How big was the win over North Carolina in 1987?

It was a big win for us. Anytime you beat the top rated team in the country it gets you a lot of exposure. We beat Indiana when they were #2. If you look back at the schedule we played back in 89.

Those guys played Michigan, Ohio State, Louisville, Stanford, and North Carolina at North Carolina. That’s how we scheduled back then and it was a lot of fun to play the top teams.

What do you remember about the game against Pitt in the NCAA tournament?

I remember Will Purdue fouling out. I felt at that time we had a chance to win we just had to find a way to do it. Then Barry hit the shot to send it to overtime I thought this is going to happen. It was one of the few times an 8 seed has upset a 1 seed. It was a big win for us.

What about the Kansas game?

We didn’t have an answer for Danny Manning. We did everything we wanted to in that game but he had an unbelievable night. He was great against Kansas State and then they won the whole thing.

Did it make you feel any better when Kansas won the tournament?

Not really, anytime you feel you have a chance to win it doesn’t matter what they do from there.

What do you remember about the shot against Louisville that Goheen hit?

I don’t really remember that one. The one that sticks out to me was the three pointer he took against Georgia when he passed a sure two pointer and dribbled it out to the line. I thought he didn’t know the score but he did. He just wanted to shoot the three (laughs). Does the tennis ball incident still bother you?

Not now, but it bothers me when I think about the players. Vanderbilt had a history of winning the SEC about once every 25 years and there we were and have it decided that way it was tough for me and the players. What would you say to the guy who threw the tennis ball?

Nothing now it was a foolhardy thing to do. There’s nothing you can do about it now. I think the officials handled it very poorly. You should give the crowd a warning if something is thrown on the floor. You don’t assess a penalty on the crowd. But it’s done and there’s nothing you can do about it.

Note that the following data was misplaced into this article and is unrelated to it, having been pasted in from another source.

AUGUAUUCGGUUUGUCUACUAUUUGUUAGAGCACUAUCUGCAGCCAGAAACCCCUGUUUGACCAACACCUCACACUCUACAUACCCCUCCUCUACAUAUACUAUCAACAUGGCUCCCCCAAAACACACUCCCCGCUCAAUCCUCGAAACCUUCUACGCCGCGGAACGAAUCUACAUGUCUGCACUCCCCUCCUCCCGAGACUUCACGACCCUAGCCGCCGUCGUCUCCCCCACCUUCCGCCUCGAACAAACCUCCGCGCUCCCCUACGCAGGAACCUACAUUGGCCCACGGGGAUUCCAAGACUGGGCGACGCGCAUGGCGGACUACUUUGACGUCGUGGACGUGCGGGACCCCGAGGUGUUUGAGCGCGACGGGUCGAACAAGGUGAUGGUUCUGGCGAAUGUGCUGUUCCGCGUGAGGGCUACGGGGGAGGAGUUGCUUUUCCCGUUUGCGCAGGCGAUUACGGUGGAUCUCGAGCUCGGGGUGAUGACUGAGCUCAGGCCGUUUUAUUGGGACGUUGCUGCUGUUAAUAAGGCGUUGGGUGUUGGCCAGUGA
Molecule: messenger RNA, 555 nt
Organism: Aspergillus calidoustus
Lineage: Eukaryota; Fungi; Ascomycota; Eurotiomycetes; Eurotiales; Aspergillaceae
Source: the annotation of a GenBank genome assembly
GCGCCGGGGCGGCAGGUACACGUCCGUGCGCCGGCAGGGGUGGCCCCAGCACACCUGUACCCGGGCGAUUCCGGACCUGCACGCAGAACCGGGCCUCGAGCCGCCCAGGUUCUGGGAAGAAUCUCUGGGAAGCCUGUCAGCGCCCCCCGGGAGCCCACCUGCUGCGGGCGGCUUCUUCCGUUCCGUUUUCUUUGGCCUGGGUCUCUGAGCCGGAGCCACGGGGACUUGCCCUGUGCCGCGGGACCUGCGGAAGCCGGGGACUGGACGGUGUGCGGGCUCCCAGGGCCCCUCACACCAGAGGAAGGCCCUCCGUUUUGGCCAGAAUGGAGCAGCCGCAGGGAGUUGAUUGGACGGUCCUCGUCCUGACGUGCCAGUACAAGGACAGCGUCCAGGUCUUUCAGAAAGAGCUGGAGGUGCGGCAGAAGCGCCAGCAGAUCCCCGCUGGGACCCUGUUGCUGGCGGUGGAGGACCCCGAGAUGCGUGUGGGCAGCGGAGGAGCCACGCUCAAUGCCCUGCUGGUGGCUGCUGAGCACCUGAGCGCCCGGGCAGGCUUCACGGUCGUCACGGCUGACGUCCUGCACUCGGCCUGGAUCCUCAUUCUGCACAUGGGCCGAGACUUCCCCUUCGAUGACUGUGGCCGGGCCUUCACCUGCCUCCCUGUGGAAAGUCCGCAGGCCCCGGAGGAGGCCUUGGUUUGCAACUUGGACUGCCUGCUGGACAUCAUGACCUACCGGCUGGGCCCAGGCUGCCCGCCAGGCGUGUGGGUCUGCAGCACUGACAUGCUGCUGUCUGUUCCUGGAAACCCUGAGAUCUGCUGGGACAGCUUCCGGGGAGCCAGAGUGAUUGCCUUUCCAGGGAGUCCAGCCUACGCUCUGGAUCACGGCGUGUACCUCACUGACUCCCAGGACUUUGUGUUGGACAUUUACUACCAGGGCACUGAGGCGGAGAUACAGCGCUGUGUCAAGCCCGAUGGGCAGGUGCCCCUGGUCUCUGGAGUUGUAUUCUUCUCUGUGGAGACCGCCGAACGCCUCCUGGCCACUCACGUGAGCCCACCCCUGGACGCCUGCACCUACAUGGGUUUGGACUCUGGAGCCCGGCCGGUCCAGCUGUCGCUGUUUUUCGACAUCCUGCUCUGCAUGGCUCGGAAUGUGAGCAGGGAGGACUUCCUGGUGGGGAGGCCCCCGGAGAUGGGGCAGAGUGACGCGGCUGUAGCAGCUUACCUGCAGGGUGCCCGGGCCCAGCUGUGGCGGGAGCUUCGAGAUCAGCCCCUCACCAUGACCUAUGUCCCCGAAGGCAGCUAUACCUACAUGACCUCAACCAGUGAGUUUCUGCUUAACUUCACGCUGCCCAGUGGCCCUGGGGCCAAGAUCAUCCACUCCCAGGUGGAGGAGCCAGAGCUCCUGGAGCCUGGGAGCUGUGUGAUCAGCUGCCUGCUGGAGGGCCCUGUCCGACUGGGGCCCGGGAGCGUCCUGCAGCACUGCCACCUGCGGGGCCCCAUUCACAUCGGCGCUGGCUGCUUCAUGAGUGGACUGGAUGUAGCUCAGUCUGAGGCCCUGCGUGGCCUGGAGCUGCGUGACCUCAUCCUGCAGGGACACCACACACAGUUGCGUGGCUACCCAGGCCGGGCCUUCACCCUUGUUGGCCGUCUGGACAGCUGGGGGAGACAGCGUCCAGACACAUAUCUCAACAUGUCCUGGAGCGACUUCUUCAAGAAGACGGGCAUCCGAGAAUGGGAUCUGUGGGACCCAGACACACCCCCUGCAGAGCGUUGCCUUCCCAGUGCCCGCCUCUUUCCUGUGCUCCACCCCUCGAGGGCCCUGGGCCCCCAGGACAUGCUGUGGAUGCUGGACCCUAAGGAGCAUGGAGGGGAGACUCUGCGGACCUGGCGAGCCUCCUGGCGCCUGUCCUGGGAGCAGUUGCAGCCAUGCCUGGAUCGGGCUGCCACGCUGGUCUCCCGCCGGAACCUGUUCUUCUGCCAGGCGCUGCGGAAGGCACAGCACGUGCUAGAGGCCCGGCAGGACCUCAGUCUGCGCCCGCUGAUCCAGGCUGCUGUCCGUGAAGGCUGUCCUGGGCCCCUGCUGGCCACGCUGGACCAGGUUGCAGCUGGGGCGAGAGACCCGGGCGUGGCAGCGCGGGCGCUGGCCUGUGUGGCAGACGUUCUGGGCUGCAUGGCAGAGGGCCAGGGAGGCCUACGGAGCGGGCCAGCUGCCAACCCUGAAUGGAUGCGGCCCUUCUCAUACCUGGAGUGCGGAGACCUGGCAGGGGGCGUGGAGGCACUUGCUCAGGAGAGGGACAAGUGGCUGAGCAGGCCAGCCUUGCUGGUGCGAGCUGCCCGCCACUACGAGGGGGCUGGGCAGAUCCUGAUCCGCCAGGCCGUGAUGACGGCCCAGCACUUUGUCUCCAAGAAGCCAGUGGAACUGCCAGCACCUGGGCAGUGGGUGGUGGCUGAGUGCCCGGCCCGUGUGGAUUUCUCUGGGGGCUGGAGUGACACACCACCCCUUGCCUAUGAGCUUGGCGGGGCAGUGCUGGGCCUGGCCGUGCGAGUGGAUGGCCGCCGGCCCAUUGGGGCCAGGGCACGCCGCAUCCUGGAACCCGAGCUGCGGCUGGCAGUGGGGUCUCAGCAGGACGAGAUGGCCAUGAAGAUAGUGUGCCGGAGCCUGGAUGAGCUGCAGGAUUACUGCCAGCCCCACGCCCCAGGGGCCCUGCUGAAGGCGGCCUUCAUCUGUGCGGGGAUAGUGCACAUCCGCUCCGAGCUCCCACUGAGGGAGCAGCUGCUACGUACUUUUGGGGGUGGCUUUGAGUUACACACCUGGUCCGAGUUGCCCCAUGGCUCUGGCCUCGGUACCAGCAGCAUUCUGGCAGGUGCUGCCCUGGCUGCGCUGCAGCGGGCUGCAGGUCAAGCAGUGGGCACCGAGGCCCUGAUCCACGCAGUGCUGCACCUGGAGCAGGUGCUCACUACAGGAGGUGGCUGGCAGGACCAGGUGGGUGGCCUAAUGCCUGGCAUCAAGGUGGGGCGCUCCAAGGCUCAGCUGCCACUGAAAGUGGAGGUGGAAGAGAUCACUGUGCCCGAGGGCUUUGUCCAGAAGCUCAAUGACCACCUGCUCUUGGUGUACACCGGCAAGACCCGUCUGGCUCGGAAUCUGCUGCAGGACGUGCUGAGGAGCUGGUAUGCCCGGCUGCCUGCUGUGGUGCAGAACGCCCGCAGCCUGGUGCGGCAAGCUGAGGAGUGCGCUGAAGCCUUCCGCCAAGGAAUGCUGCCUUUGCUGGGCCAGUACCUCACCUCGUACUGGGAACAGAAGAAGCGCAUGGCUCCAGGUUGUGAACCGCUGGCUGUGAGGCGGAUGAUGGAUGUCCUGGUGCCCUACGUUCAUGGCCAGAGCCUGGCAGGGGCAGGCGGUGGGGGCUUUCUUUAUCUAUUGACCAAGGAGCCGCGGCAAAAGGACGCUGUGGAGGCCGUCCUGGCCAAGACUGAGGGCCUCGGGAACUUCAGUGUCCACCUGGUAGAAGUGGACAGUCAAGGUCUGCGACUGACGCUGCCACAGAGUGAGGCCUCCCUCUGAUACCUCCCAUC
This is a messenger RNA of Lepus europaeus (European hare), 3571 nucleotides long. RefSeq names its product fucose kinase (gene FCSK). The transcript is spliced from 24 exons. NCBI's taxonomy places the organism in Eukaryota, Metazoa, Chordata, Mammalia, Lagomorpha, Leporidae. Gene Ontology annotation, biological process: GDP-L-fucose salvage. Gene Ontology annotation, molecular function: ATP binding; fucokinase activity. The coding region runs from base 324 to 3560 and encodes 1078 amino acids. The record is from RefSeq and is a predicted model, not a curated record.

What made you decide to leave Vandy and go to Kentucky as the AD?

I never thought I’d leave Vanderbilt. I wanted to finish my career there. We had it going good and had some good players coming back. But my school, the school I graduated from and played for convinced me I was not only wanted but needed and the need part got to me. I felt it was the thing I ought to do. It worked out well for both of us.

Was it hard the first time Kentucky played against Vanderbilt?

It’s hard. They are all kids I recruited. I had experienced it when I coached against Alabama the first time. I coached against Ken Johnson and kids I recruited there. It’s never easy.

What did you think when Kentucky named their football field after you?

It was a surprise and a tremendous honor. Anytime something like that is named after you it’s an honor.

What do you think about Vandy’s team this year?

I think Kevin does a great job with his teams. They are young this year and I think they’ll be good in the future.

Who do you root for when you’re watching SEC basketball? Are you biased since you have ties to Kentucky, Alabama, and Vandy?

I enjoy the game. It’s one of those things. You think deep down the school you played for and graduated from is the one you want to win but it’s not. I don’t feel bad for whoever loses.

So Kentucky, Vandy, and Alabama are your favorites, the others are fair game?

Yes (laughs)